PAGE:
Nick Turse’s Kill Anything That Moves, now in its sixth printing, is an eye-opening look at the U.S.'s “search-and-destroy” tactic employed in Vietnam, but it began 12 years ago with Turse, a PhD student, toiling away in the National Archives. It was there that he found documents (which have since been pulled from the public shelves) that became the inspiration for his book.

As the beam of light passed over my body, I strained to slow my breathing and remain as still as possible. Through barely open eyes, I could briefly see the man’s silhouette and his flashlight. My heart pounded. My mind raced. What was my cover story again? Was there any chance that he’d buy it? Was this a federal crime? And why did I have to pull this at a facility with armed guards?

It seemed like an eternity, but it must have only been a few seconds as he circled my car, looking in the windows. And then it was over. I had made it.

For that moment, at least.

It was the early 2000s and I was lying in the back of an old Ford Explorer hiding from a security guard at a federal facility in suburban Maryland. How it all came to pass is also how I came to know the real story of the Vietnam War: a long, intense journey that would eventually take me from my junk-strewn SUV to the doorsteps of alleged war criminals in America’s suburbs and the homes of massacre survivors in rural Southeast Asian hamlets of dirt floors and thatch roofs. That night, though, I was hoping against hope that I wouldn’t end up in jail or an impound lot.

Back then, I was a grad student studying the history of public health and working on an epidemiological study of post-traumatic stress disorder among U.S. Vietnam veterans. In June 2001, I was concluding a fruitless research trip at the National Archives and was facing the prospect of returning to New York empty-handed. Every avenue I’d pursued in a quest for useful data for my job had failed. Exasperated, I approached an archivist I often worked with and pleaded with him. “I can’t go back to my boss empty-handed,” I said. “I have to at least bring back a lead.” He asked if witnessing war crimes might cause post-traumatic stress and I told him that it was an excellent hypothesis.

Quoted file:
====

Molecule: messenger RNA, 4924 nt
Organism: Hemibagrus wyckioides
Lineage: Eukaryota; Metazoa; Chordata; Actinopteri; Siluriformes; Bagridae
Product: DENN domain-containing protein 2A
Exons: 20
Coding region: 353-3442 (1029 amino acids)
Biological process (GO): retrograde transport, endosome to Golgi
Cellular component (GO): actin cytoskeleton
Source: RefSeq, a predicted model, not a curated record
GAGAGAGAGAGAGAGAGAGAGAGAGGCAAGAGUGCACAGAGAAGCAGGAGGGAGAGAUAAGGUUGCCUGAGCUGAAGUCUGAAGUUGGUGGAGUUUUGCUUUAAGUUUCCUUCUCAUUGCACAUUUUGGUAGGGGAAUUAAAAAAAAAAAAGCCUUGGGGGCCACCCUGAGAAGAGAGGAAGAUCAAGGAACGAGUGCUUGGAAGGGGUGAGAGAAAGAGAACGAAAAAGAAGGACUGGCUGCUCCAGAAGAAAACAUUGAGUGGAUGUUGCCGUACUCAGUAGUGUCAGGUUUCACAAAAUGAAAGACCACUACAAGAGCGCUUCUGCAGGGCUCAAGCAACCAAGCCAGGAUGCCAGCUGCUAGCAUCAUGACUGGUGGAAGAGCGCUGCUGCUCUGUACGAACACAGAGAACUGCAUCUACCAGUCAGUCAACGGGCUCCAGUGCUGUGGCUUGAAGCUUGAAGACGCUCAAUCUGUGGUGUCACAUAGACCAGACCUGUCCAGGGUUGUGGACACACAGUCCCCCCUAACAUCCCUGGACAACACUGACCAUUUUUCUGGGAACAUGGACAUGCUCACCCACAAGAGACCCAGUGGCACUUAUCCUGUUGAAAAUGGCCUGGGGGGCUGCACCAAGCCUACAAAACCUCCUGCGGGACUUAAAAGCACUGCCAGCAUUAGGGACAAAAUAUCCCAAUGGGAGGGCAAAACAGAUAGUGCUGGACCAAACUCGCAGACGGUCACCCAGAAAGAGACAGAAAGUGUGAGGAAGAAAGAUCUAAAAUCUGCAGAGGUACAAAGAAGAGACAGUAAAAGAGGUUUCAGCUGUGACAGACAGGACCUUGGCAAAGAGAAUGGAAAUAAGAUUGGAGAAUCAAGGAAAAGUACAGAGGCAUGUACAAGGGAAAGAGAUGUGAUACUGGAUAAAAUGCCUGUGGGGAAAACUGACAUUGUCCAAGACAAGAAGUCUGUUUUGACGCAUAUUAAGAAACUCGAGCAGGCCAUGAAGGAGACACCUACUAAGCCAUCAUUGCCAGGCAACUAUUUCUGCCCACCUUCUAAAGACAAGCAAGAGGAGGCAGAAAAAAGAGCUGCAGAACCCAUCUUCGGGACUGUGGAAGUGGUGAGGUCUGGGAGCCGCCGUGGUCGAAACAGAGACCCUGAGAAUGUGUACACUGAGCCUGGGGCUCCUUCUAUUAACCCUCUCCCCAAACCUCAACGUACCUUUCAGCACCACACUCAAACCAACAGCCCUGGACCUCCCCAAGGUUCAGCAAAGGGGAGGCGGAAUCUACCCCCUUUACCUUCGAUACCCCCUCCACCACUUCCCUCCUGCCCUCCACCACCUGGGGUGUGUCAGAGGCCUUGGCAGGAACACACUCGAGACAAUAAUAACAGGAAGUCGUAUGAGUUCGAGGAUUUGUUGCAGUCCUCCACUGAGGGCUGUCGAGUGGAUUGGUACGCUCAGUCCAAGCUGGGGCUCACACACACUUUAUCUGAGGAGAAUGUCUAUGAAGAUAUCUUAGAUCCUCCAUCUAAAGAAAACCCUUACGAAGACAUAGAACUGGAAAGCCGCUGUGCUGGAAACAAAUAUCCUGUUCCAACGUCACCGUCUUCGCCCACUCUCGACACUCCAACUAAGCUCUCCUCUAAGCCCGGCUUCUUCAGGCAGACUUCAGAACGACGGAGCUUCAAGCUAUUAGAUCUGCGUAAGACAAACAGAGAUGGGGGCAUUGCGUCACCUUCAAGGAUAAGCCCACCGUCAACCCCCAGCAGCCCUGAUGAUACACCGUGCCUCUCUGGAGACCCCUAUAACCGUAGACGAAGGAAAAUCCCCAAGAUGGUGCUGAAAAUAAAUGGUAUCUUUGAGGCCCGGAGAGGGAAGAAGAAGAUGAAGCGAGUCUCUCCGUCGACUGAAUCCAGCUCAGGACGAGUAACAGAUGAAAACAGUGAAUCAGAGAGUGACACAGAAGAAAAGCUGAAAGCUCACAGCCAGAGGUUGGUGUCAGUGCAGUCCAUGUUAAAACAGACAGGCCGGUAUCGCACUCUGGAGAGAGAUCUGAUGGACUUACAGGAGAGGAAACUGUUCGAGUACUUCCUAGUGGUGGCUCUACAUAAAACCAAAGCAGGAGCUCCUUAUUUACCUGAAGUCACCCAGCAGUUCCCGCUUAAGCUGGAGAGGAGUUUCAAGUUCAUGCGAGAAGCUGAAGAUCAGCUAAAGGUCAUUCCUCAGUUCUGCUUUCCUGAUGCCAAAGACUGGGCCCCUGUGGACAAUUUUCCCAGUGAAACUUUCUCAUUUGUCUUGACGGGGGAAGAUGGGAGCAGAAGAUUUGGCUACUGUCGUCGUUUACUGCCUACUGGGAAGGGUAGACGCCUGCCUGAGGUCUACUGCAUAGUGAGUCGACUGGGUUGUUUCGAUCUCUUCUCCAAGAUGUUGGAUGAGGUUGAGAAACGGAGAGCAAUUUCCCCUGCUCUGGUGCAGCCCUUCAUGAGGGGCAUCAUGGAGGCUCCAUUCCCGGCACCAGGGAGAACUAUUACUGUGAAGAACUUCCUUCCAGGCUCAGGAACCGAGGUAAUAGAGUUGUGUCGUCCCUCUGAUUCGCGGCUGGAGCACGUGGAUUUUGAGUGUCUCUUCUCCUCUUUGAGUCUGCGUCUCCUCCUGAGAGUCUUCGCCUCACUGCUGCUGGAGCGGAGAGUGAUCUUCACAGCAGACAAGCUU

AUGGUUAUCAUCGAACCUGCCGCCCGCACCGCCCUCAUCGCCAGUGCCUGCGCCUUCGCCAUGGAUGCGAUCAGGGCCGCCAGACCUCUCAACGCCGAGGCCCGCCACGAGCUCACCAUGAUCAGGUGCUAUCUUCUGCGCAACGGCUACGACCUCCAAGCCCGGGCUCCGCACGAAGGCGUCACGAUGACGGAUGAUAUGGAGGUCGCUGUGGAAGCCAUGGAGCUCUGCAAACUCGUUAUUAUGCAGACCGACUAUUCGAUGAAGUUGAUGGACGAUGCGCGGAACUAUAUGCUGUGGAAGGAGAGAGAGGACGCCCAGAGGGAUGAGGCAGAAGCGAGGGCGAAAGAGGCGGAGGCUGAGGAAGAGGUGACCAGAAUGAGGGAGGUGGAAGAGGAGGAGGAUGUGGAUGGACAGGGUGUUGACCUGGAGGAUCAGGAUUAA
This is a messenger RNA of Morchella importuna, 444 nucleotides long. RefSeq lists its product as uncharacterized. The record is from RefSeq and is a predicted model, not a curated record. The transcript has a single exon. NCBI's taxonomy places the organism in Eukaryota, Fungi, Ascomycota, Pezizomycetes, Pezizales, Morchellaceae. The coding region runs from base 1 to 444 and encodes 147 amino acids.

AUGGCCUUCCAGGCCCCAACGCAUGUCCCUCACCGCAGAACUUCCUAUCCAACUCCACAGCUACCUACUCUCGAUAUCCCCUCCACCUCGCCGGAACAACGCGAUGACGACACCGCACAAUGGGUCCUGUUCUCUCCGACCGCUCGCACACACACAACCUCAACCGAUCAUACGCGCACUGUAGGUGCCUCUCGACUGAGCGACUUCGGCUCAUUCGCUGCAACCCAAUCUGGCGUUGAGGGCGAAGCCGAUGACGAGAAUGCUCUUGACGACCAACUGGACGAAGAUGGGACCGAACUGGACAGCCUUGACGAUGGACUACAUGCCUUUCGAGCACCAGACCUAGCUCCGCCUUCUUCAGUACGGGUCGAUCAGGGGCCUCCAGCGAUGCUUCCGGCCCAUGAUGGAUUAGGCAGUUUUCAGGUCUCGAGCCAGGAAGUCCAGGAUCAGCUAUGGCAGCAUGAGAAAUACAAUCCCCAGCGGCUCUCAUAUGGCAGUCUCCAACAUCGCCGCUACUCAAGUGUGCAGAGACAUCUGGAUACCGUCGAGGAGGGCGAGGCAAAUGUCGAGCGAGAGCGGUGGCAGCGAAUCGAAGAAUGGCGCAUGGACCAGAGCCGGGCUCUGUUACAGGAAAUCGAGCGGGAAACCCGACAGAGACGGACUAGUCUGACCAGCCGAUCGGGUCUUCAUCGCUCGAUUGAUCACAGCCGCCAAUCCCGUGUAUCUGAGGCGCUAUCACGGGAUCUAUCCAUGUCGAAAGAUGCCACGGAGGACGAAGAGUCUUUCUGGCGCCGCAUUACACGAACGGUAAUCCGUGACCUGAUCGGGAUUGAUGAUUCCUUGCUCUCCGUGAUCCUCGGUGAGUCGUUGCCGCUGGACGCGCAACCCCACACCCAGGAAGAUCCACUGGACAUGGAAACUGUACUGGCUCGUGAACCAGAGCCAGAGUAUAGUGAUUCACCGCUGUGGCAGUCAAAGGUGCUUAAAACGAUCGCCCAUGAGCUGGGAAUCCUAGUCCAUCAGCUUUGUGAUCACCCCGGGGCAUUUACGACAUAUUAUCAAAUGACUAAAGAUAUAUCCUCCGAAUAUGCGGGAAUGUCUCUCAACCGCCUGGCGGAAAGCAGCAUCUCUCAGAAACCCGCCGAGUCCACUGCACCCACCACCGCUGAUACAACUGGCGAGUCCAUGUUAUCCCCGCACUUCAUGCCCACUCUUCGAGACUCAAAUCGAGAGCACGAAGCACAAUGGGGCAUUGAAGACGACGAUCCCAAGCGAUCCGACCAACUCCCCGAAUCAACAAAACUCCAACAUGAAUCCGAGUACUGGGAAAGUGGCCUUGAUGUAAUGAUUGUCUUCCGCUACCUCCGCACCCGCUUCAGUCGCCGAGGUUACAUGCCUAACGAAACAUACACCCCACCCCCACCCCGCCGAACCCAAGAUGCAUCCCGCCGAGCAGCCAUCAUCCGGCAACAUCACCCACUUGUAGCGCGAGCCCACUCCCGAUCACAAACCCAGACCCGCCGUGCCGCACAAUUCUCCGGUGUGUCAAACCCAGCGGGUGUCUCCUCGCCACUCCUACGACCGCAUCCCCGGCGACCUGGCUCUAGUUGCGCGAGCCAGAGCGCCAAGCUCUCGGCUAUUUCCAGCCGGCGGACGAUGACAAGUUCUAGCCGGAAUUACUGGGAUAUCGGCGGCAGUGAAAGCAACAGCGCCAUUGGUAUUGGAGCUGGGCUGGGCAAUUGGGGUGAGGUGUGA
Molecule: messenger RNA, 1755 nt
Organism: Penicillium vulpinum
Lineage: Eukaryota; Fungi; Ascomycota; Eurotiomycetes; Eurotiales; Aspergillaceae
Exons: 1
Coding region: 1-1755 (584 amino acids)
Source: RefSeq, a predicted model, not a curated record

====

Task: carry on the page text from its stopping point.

“What do you have on war crimes?” I asked.

Within an hour, I was opening up half-cubic-foot archival boxes with wide eyes. Before me lay the files of the Vietnam War Crimes Working Group, a secret Pentagon task force set up in the wake of the My Lai massacre to make certain that the Army was never again caught flat-footed by an atrocity scandal. The records documented the same types of crimes that had been committed at My Lai—murder, assault, rape, mutilation—but most of them weren’t in the historical literature. These were atrocity allegations that had been ignored, stifled, buried, covered-up and forgotten. It was an encyclopedia of horrors, from torture to massacres: hundreds of incidents which had been investigated and substantiated by Army investigators but which almost no one knew about.